However, during very difficult times, I've been lulled by the dry leaf siren song. It's easier to do nothing and just see where you end up. Then, you're not responsible for what's going on in your life. You are simply life's victim. Sometimes problems have no solution. my core, as much as I would like for life to be easier, I don't believe in being a victim of life's circumstance. I don't believe that there is a life problem that I can't solve. Granted, I may not like the potential solutions that I come up with or that I may hear from trusted advisers, but "doesn't like" isn't the same as "doesn't exist." Also, having been through very difficult times before, and having come out the other side, I know that sometimes the hardest decisions are the starting point of the most positive change.

I work in a very competitive field. Knowing this, in college, I cold-called businesses in my local chamber of commerce directory seeking summer internship opportunities. (Unlike today, when I was in college, most businesses did not advertise internship opportunities) Did I like cold-calling? No, and I still don't! But, I had an end goal and knew that even though I didn't like what I was doing, it was giving me an advantage in the future job market.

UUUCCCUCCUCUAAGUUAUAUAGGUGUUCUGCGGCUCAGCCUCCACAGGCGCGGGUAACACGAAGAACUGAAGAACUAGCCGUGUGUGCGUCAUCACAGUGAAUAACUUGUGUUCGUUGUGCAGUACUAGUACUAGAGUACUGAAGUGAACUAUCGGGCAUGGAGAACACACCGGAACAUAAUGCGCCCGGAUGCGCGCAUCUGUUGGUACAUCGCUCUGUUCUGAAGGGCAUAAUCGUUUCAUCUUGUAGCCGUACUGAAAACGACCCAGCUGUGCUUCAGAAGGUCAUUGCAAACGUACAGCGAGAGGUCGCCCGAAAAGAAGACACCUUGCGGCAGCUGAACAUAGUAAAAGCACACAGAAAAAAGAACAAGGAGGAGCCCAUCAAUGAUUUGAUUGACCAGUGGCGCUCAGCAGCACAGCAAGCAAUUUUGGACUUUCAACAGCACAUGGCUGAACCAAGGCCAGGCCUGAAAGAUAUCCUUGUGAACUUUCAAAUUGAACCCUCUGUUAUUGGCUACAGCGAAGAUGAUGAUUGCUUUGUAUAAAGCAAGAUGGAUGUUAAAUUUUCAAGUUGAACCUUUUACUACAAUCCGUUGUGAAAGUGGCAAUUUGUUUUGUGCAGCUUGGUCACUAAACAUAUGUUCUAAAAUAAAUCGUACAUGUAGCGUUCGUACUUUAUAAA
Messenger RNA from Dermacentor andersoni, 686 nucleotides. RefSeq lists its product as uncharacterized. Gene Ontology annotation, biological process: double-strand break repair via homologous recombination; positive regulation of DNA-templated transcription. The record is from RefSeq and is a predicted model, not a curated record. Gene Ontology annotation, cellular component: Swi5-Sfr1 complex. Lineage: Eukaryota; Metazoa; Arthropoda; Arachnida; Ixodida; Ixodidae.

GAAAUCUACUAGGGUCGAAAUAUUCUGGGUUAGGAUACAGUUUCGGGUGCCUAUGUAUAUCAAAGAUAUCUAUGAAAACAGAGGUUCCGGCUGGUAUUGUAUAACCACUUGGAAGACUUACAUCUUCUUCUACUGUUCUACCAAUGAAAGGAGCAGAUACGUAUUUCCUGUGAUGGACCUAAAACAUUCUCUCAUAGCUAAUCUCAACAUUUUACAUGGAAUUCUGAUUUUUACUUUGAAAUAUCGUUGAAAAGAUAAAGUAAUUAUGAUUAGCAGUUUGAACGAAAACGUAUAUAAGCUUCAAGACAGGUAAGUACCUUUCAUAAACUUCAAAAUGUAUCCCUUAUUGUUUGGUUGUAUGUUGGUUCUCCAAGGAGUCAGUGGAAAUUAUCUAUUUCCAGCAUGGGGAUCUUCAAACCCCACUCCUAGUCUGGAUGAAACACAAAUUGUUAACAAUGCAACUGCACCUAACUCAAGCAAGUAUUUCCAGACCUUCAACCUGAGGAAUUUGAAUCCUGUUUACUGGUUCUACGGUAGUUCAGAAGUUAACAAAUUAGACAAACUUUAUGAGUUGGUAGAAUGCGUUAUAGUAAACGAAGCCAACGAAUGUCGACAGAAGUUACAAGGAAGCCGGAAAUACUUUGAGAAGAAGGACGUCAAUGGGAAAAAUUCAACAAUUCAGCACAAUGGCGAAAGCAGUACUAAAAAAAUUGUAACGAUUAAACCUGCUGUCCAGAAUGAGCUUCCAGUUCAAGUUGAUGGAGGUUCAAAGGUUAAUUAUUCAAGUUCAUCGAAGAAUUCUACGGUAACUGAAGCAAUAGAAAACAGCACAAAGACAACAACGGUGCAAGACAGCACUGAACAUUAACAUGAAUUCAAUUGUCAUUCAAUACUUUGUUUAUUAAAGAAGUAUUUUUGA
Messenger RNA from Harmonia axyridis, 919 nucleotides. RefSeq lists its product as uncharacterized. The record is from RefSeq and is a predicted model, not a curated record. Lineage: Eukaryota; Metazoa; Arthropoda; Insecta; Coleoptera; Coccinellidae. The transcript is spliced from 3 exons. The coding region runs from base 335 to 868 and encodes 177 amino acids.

In middle school, "everyone" was getting school jackets. At age 10, I was too young to be taken seriously as a paid babysitter and my family didn't have money to buy an expensive jacket that I would outgrow within a year or two. So, I did what I could do -- I wrote a children's story and sent it to Highlights Magazine in the hopes of getting published and making enough money to buy my own jacket. (I didn't get published, but I did receive a very nice "we'll keep your story on file for potential use in another issue" letter that I still have today)

Today, I'm faced with similar challenges. There are parts of getting through my current challenge that I don't like. But, they are the steps to an end goal that I know exists. So, I focus on the goal, rather than the uncomfortable steps of the process, and re-wet my leaf.

Today, I'm grateful for the VS Semi-Annual sale that I stumbled upon at the mall. I love fun foundational garments, and I love rooting through the sale bins to see what's available, even if they're not things I will end up buying. I'm also grateful that I can get as much pleasure from window shopping, and knowing that cute/fun things exist as I can from actually owning those items.

Saturday, January 12, 2013

Pool Songs

I took advantage of some of the nice weather this week and walked around my neighborhood listening to my iPod.

Chicago's "I Don't Want to Live Without Your Love" came on and I smiled. It was what my siblings and I refer to as a "pool song," a song that was in heavy rotation during the summers when we were at the local pool.